Historicizing Homo Economicus, II

Historicizing Homo Economicus, II June 29, 2012

A few quotations from the opening pages of Karl Bucher’s Industrial evolution; .

Economic theory begins from the assumption that human beings have an “economic nature,” and that “From this economic nature a principle is supposed to spring, which controls all his actions that are directed to the satisfaction of his wants. This is the economic principle . . . . Man estimates the extent of the discomfort that would arise from the non-satisfaction of a want felt by him; he measures the discomfort that the labour necessary to meet the want can cause him; he compares the discomforts with each other; and resolves to undertake the labour only when the accompanying sacrifice is less than the sacrifice of remaining unsatisfied . . . . upon undertaking the labour he again chooses the least burdensome among the various possible methods of procedure, and thus has a further series of considerations, estimations, comparisons, and judgments to enter upon” (1-2).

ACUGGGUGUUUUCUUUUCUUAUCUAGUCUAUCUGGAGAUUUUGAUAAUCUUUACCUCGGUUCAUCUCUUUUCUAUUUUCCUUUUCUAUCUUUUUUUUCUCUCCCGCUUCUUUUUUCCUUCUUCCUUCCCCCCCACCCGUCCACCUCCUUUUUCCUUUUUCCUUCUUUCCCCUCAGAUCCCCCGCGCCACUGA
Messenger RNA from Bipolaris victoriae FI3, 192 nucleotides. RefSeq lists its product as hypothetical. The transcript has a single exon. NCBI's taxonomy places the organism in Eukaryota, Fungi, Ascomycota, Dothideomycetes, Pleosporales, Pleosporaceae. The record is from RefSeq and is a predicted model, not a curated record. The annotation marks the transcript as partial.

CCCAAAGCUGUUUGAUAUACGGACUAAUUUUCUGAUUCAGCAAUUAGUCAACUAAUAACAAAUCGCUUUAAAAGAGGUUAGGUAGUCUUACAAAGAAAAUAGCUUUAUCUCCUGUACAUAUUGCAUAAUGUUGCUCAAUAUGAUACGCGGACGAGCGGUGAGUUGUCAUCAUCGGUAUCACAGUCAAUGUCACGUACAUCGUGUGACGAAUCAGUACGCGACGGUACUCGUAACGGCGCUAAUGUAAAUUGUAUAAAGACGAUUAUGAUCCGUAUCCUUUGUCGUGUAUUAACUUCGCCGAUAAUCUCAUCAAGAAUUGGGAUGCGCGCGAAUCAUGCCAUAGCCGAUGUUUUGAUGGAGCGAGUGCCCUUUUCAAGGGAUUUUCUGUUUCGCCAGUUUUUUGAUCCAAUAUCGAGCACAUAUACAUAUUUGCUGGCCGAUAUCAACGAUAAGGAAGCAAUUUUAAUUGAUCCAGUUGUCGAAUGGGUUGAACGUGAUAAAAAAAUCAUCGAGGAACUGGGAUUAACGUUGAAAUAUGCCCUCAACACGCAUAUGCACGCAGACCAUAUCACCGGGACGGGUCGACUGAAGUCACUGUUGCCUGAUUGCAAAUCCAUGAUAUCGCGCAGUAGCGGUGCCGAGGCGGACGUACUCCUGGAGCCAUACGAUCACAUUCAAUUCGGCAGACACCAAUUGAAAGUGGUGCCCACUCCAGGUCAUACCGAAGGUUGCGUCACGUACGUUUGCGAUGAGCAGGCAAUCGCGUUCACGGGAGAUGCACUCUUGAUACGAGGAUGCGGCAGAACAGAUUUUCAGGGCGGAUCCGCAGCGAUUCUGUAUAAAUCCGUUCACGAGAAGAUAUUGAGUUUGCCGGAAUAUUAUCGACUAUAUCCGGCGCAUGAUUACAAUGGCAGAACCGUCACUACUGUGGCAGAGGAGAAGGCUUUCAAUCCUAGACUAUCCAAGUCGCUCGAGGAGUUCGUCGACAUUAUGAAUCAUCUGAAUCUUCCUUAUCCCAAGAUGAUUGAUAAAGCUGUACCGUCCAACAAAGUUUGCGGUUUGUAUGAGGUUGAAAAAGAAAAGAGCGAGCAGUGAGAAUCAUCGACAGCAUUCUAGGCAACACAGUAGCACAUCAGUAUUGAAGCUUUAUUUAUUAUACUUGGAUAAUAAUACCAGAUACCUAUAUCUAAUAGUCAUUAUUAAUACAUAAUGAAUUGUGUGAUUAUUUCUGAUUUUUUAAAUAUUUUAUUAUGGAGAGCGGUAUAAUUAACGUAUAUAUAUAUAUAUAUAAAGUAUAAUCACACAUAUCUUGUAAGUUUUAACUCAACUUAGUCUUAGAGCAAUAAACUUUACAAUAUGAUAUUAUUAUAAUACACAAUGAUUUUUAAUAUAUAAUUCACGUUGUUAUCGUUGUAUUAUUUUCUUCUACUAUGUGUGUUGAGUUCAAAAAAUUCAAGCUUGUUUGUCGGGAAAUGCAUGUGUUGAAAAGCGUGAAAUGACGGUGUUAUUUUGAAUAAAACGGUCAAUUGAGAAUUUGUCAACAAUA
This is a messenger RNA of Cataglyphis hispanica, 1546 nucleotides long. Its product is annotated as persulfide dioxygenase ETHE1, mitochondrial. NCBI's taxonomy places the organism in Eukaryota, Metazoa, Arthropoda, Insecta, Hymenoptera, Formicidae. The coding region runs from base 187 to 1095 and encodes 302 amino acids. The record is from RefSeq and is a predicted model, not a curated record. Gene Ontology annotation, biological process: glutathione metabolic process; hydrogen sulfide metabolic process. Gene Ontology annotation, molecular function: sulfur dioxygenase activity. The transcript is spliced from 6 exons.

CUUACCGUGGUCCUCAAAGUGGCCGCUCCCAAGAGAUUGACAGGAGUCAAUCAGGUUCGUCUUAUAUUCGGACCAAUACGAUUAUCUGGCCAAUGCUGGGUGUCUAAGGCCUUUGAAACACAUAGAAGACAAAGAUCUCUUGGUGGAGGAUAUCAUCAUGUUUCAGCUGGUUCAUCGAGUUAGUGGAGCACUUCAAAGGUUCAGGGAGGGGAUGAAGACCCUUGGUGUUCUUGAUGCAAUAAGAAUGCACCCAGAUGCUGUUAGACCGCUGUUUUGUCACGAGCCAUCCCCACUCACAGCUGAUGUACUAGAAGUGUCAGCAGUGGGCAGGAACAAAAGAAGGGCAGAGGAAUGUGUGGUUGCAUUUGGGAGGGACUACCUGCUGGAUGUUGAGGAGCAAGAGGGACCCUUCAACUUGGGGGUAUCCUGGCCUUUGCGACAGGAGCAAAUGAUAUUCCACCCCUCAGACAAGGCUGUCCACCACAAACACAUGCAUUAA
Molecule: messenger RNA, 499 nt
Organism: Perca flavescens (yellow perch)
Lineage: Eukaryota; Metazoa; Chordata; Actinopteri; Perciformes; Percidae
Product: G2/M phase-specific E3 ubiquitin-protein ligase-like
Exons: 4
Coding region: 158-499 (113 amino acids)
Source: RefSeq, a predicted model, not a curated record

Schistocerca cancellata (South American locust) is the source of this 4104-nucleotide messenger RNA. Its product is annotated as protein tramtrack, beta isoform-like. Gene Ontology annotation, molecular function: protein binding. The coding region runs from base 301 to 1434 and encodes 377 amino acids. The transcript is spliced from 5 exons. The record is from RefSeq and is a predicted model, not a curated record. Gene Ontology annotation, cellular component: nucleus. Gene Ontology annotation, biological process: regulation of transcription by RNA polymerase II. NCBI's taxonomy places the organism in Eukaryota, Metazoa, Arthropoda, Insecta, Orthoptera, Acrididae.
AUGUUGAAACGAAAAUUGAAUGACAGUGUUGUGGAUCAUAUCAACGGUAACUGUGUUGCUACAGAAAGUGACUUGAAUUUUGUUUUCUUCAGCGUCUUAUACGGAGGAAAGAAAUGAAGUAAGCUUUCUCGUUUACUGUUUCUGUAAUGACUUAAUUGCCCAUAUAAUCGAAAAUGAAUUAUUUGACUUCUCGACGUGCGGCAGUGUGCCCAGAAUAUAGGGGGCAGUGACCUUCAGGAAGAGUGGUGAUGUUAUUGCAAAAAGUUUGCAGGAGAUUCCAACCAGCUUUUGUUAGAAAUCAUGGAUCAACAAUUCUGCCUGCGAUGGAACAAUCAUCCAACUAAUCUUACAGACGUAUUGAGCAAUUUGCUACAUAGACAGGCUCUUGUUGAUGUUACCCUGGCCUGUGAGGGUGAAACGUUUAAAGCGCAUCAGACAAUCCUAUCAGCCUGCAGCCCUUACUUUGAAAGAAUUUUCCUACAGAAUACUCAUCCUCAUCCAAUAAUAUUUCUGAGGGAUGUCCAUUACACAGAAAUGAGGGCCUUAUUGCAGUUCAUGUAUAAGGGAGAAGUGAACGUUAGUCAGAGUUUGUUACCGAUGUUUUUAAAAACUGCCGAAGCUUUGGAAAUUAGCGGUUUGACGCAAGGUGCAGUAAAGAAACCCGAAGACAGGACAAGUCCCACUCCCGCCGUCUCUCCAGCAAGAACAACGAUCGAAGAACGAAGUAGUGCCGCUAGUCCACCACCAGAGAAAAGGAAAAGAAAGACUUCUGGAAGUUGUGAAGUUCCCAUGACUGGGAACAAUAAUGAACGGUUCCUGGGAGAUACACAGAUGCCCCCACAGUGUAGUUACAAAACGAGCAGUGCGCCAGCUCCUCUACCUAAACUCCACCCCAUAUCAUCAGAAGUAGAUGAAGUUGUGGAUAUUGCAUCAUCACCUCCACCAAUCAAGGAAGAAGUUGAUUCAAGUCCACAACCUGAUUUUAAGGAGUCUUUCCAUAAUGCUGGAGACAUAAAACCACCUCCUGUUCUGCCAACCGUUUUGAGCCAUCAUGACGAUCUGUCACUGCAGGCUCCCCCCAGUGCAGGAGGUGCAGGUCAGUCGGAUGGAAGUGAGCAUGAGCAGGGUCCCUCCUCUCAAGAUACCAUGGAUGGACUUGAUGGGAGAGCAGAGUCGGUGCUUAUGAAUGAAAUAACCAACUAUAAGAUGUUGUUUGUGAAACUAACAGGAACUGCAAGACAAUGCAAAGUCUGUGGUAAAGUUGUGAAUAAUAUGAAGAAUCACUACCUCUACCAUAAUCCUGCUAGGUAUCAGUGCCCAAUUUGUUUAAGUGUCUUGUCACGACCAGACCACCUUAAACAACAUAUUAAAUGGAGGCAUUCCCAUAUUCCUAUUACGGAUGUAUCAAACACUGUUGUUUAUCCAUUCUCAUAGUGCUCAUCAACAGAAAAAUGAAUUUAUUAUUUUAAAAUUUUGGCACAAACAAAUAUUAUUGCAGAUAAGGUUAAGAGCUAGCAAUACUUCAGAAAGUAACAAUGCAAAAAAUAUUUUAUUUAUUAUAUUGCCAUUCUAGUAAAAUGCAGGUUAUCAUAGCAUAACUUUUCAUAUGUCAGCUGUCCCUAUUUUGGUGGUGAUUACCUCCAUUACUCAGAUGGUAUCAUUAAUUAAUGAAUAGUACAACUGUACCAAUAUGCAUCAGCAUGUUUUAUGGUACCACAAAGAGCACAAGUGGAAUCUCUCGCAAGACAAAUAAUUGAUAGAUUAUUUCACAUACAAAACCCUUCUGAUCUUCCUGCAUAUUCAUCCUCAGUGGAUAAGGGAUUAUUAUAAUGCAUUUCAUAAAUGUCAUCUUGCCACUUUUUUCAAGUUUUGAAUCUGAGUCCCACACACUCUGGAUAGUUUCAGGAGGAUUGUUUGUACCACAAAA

“Even among civilized mankind, from whose manifold activity the principle of economy has been deduced, indications are not wanting to show that the economic nature must be characteristic of different individuals in different degrees. Between the industrious and the indolent, the provident and the improvident, the sparing and the spend-thrift, there are innumerable gradations . . . .” (2).

“We shall scarcely be able to postpone the question, whether indeed that ‘economic nature’ does not, for mankind in general, signify something acquired rather than something given by nature; and whether we must not assume at the beginning of human evolution a period of purely instinctive satisfaction of wants reaching over many thousands of years, such as we are accustomed to take for granted in the case of the lower animal” (3).


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